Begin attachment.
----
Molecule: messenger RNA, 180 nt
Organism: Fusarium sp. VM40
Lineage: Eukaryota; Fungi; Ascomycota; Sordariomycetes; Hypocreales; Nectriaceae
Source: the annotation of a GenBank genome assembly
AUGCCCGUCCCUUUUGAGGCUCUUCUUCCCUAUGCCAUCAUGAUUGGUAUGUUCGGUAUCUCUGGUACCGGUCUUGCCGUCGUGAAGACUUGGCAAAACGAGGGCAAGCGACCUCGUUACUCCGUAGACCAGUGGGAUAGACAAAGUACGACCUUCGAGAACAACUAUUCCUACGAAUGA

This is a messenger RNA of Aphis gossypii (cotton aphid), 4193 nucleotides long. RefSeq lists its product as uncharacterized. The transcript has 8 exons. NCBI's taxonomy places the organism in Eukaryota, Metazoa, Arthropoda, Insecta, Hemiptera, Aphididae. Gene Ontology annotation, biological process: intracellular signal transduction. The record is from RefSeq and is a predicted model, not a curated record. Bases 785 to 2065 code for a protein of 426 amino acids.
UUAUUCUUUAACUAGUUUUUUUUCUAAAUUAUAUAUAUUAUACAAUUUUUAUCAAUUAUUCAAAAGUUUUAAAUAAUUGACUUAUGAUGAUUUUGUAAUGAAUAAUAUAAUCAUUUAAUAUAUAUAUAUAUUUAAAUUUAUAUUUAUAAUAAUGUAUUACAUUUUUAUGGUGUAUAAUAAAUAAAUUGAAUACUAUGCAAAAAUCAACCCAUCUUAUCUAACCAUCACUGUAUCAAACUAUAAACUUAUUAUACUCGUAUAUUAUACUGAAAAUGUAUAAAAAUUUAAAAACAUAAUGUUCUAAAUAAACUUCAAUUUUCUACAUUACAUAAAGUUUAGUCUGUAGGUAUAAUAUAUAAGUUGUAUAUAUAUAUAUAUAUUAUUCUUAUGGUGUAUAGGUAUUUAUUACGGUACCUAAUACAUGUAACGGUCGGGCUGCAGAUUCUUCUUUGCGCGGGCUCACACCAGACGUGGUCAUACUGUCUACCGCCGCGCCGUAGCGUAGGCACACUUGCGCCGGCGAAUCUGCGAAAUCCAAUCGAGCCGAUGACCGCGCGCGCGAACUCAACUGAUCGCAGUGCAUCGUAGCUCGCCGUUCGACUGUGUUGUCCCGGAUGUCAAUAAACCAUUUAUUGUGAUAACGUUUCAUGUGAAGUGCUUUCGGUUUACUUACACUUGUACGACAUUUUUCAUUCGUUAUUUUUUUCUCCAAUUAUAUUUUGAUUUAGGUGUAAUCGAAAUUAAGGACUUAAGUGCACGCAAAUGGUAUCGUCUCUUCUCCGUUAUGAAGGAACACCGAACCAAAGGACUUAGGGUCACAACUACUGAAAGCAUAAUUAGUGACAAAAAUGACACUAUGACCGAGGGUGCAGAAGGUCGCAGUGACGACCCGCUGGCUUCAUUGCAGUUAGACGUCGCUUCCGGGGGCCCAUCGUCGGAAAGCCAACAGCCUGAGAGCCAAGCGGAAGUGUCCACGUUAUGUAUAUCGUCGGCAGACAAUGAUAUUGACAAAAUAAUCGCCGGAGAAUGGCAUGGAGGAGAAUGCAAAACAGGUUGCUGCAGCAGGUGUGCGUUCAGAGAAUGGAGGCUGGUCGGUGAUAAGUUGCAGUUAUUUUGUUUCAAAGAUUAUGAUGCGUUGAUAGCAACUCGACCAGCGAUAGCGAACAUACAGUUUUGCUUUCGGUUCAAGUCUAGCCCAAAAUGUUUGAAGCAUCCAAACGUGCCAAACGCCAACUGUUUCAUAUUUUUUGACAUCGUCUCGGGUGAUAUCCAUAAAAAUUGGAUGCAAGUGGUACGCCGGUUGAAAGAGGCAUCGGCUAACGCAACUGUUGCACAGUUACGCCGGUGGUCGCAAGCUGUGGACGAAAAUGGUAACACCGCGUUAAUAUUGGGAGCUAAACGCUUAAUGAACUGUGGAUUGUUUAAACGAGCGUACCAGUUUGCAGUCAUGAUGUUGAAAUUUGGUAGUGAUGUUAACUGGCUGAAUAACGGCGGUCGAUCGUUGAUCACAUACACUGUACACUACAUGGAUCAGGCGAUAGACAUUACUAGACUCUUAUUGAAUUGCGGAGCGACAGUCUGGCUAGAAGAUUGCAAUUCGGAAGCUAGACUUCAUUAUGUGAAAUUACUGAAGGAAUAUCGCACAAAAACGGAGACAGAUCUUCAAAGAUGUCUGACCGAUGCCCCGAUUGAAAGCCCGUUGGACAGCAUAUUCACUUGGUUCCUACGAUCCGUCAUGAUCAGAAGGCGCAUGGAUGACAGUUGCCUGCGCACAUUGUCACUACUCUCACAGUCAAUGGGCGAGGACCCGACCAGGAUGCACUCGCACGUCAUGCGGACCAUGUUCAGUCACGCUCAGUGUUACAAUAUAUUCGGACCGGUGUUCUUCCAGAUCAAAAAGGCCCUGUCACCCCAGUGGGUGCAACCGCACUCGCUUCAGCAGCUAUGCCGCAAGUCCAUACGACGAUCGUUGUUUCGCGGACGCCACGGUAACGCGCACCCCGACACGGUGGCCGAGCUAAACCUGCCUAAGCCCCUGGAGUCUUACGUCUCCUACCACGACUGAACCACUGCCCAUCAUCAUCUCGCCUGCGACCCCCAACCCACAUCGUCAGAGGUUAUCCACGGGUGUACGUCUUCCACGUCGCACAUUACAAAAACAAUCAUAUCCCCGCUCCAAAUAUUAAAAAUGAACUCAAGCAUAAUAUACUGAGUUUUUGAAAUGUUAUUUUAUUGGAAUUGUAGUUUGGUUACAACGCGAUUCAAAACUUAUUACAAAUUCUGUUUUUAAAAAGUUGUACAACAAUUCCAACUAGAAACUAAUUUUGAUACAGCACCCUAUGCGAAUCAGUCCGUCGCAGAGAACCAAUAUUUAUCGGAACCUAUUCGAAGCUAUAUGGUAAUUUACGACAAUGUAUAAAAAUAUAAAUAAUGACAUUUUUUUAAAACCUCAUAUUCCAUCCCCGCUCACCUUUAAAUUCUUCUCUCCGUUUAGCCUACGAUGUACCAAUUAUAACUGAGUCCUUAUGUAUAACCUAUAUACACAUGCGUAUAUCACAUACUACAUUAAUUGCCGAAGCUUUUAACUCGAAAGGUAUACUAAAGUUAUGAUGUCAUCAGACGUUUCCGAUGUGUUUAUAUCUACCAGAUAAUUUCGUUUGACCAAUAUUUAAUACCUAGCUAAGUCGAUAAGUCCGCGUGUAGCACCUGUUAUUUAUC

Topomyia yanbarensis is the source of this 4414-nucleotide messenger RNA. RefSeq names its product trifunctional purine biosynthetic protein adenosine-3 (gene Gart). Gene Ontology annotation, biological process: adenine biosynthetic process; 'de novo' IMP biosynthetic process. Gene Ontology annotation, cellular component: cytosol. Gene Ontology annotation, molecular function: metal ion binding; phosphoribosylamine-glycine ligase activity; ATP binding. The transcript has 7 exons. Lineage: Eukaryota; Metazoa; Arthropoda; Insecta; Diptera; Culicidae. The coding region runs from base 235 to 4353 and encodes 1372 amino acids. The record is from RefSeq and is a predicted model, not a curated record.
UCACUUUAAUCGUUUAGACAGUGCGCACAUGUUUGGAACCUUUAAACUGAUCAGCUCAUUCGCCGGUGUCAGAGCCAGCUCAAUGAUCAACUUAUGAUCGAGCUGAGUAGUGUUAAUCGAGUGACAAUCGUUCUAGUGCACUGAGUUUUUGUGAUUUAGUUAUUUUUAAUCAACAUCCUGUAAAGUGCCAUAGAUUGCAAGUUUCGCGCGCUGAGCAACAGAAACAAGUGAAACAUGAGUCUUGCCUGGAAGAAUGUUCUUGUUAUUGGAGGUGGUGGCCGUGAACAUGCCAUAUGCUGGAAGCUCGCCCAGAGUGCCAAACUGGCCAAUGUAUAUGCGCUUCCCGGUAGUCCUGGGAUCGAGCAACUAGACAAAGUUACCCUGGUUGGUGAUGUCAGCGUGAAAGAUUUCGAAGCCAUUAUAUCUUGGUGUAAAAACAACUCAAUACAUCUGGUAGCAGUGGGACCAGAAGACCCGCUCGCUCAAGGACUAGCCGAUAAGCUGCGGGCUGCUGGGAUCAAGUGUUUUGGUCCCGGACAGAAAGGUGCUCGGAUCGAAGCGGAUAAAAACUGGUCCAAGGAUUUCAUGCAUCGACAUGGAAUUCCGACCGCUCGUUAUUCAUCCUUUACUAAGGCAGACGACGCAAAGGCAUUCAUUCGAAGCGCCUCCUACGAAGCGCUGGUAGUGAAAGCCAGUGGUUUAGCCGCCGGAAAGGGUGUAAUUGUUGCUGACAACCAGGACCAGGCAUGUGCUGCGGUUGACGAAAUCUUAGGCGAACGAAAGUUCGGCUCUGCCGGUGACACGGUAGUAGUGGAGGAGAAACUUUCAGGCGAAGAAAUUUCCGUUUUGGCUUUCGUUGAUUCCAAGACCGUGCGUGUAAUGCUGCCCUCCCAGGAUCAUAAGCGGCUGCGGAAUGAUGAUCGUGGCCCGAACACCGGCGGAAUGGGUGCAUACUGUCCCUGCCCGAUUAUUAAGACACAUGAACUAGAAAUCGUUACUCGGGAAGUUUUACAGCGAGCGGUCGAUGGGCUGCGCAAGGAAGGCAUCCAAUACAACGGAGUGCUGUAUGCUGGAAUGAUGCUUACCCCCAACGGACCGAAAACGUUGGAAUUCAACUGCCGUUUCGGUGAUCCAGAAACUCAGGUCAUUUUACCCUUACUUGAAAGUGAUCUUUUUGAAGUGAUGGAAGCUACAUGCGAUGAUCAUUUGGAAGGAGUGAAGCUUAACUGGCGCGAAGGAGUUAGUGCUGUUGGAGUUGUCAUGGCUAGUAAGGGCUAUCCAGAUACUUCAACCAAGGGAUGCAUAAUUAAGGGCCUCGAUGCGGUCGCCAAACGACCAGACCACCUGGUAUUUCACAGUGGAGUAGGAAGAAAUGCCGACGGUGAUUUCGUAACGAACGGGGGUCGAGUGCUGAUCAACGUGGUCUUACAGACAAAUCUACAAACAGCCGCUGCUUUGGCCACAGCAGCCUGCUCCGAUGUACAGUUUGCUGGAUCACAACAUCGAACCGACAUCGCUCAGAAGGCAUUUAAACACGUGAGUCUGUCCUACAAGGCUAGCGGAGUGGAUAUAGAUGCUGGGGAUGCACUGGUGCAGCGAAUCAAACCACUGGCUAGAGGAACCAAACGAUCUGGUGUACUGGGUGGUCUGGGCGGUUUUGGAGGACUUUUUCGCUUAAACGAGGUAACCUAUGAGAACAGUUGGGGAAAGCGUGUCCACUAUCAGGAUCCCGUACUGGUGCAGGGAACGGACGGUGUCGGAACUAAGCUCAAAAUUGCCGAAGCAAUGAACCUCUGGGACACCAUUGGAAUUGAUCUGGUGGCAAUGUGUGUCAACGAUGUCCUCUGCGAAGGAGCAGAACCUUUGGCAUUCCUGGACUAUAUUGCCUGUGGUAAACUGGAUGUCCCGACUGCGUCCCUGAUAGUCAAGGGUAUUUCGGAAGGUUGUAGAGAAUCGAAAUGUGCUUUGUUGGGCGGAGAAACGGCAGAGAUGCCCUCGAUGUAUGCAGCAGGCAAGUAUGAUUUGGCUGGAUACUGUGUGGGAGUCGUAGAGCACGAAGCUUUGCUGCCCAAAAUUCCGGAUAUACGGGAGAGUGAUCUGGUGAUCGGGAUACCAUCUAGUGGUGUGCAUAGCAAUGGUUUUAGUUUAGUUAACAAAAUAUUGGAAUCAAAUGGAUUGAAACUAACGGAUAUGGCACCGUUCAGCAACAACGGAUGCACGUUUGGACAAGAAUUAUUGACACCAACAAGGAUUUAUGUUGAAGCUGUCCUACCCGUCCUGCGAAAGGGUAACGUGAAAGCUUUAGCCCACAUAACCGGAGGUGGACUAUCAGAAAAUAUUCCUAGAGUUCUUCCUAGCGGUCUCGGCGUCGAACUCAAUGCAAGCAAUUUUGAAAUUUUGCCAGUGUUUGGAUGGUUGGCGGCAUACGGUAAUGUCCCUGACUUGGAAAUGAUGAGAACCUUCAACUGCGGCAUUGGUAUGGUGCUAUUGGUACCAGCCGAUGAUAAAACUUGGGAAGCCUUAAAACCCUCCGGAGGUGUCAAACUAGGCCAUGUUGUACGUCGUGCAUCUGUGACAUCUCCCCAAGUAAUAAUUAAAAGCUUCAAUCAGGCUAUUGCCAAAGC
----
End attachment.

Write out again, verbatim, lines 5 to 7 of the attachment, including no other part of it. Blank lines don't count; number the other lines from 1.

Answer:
AUGCCCGUCCCUUUUGAGGCUCUUCUUCCCUAUGCCAUCAUGAUUGGUAUGUUCGGUAUCUCUGGUACCGGUCUUGCCGUCGUGAAGACUUGGCAAAACGAGGGCAAGCGACCUCGUUACUCCGUAGACCAGUGGGAUAGACAAAGUACGACCUUCGAGAACAACUAUUCCUACGAAUGA

This is a messenger RNA of Aphis gossypii (cotton aphid), 4193 nucleotides long. RefSeq lists its product as uncharacterized. The transcript has 8 exons. NCBI's taxonomy places the organism in Eukaryota, Metazoa, Arthropoda, Insecta, Hemiptera, Aphididae. Gene Ontology annotation, biological process: intracellular signal transduction. The record is from RefSeq and is a predicted model, not a curated record. Bases 785 to 2065 code for a protein of 426 amino acids.
UUAUUCUUUAACUAGUUUUUUUUCUAAAUUAUAUAUAUUAUACAAUUUUUAUCAAUUAUUCAAAAGUUUUAAAUAAUUGACUUAUGAUGAUUUUGUAAUGAAUAAUAUAAUCAUUUAAUAUAUAUAUAUAUUUAAAUUUAUAUUUAUAAUAAUGUAUUACAUUUUUAUGGUGUAUAAUAAAUAAAUUGAAUACUAUGCAAAAAUCAACCCAUCUUAUCUAACCAUCACUGUAUCAAACUAUAAACUUAUUAUACUCGUAUAUUAUACUGAAAAUGUAUAAAAAUUUAAAAACAUAAUGUUCUAAAUAAACUUCAAUUUUCUACAUUACAUAAAGUUUAGUCUGUAGGUAUAAUAUAUAAGUUGUAUAUAUAUAUAUAUAUUAUUCUUAUGGUGUAUAGGUAUUUAUUACGGUACCUAAUACAUGUAACGGUCGGGCUGCAGAUUCUUCUUUGCGCGGGCUCACACCAGACGUGGUCAUACUGUCUACCGCCGCGCCGUAGCGUAGGCACACUUGCGCCGGCGAAUCUGCGAAAUCCAAUCGAGCCGAUGACCGCGCGCGCGAACUCAACUGAUCGCAGUGCAUCGUAGCUCGCCGUUCGACUGUGUUGUCCCGGAUGUCAAUAAACCAUUUAUUGUGAUAACGUUUCAUGUGAAGUGCUUUCGGUUUACUUACACUUGUACGACAUUUUUCAUUCGUUAUUUUUUUCUCCAAUUAUAUUUUGAUUUAGGUGUAAUCGAAAUUAAGGACUUAAGUGCACGCAAAUGGUAUCGUCUCUUCUCCGUUAUGAAGGAACACCGAACCAAAGGACUUAGGGUCACAACUACUGAAAGCAUAAUUAGUGACAAAAAUGACACUAUGACCGAGGGUGCAGAAGGUCGCAGUGACGACCCGCUGGCUUCAUUGCAGUUAGACGUCGCUUCCGGGGGCCCAUCGUCGGAAAGCCAACAGCCUGAGAGCCAAGCGGAAGUGUCCACGUUAUGUAUAUCGUCGGCAGACAAUGAUAUUGACAAAAUAAUCGCCGGAGAAUGGCAUGGAGGAGAAUGCAAAACAGGUUGCUGCAGCAGGUGUGCGUUCAGAGAAUGGAGGCUGGUCGGUGAUAAGUUGCAGUUAUUUUGUUUCAAAGAUUAUGAUGCGUUGAUAGCAACUCGACCAGCGAUAGCGAACAUACAGUUUUGCUUUCGGUUCAAGUCUAGCCCAAAAUGUUUGAAGCAUCCAAACGUGCCAAACGCCAACUGUUUCAUAUUUUUUGACAUCGUCUCGGGUGAUAUCCAUAAAAAUUGGAUGCAAGUGGUACGCCGGUUGAAAGAGGCAUCGGCUAACGCAACUGUUGCACAGUUACGCCGGUGGUCGCAAGCUGUGGACGAAAAUGGUAACACCGCGUUAAUAUUGGGAGCUAAACGCUUAAUGAACUGUGGAUUGUUUAAACGAGCGUACCAGUUUGCAGUCAUGAUGUUGAAAUUUGGUAGUGAUGUUAACUGGCUGAAUAACGGCGGUCGAUCGUUGAUCACAUACACUGUACACUACAUGGAUCAGGCGAUAGACAUUACUAGACUCUUAUUGAAUUGCGGAGCGACAGUCUGGCUAGAAGAUUGCAAUUCGGAAGCUAGACUUCAUUAUGUGAAAUUACUGAAGGAAUAUCGCACAAAAACGGAGACAGAUCUUCAAAGAUGUCUGACCGAUGCCCCGAUUGAAAGCCCGUUGGACAGCAUAUUCACUUGGUUCCUACGAUCCGUCAUGAUCAGAAGGCGCAUGGAUGACAGUUGCCUGCGCACAUUGUCACUACUCUCACAGUCAAUGGGCGAGGACCCGACCAGGAUGCACUCGCACGUCAUGCGGACCAUGUUCAGUCACGCUCAGUGUUACAAUAUAUUCGGACCGGUGUUCUUCCAGAUCAAAAAGGCCCUGUCACCCCAGUGGGUGCAACCGCACUCGCUUCAGCAGCUAUGCCGCAAGUCCAUACGACGAUCGUUGUUUCGCGGACGCCACGGUAACGCGCACCCCGACACGGUGGCCGAGCUAAACCUGCCUAAGCCCCUGGAGUCUUACGUCUCCUACCACGACUGAACCACUGCCCAUCAUCAUCUCGCCUGCGACCCCCAACCCACAUCGUCAGAGGUUAUCCACGGGUGUACGUCUUCCACGUCGCACAUUACAAAAACAAUCAUAUCCCCGCUCCAAAUAUUAAAAAUGAACUCAAGCAUAAUAUACUGAGUUUUUGAAAUGUUAUUUUAUUGGAAUUGUAGUUUGGUUACAACGCGAUUCAAAACUUAUUACAAAUUCUGUUUUUAAAAAGUUGUACAACAAUUCCAACUAGAAACUAAUUUUGAUACAGCACCCUAUGCGAAUCAGUCCGUCGCAGAGAACCAAUAUUUAUCGGAACCUAUUCGAAGCUAUAUGGUAAUUUACGACAAUGUAUAAAAAUAUAAAUAAUGACAUUUUUUUAAAACCUCAUAUUCCAUCCCCGCUCACCUUUAAAUUCUUCUCUCCGUUUAGCCUACGAUGUACCAAUUAUAACUGAGUCCUUAUGUAUAACCUAUAUACACAUGCGUAUAUCACAUACUACAUUAAUUGCCGAAGCUUUUAACUCGAAAGGUAUACUAAAGUUAUGAUGUCAUCAGACGUUUCCGAUGUGUUUAUAUCUACCAGAUAAUUUCGUUUGACCAAUAUUUAAUACCUAGCUAAGUCGAUAAGUCCGCGUGUAGCACCUGUUAUUUAUC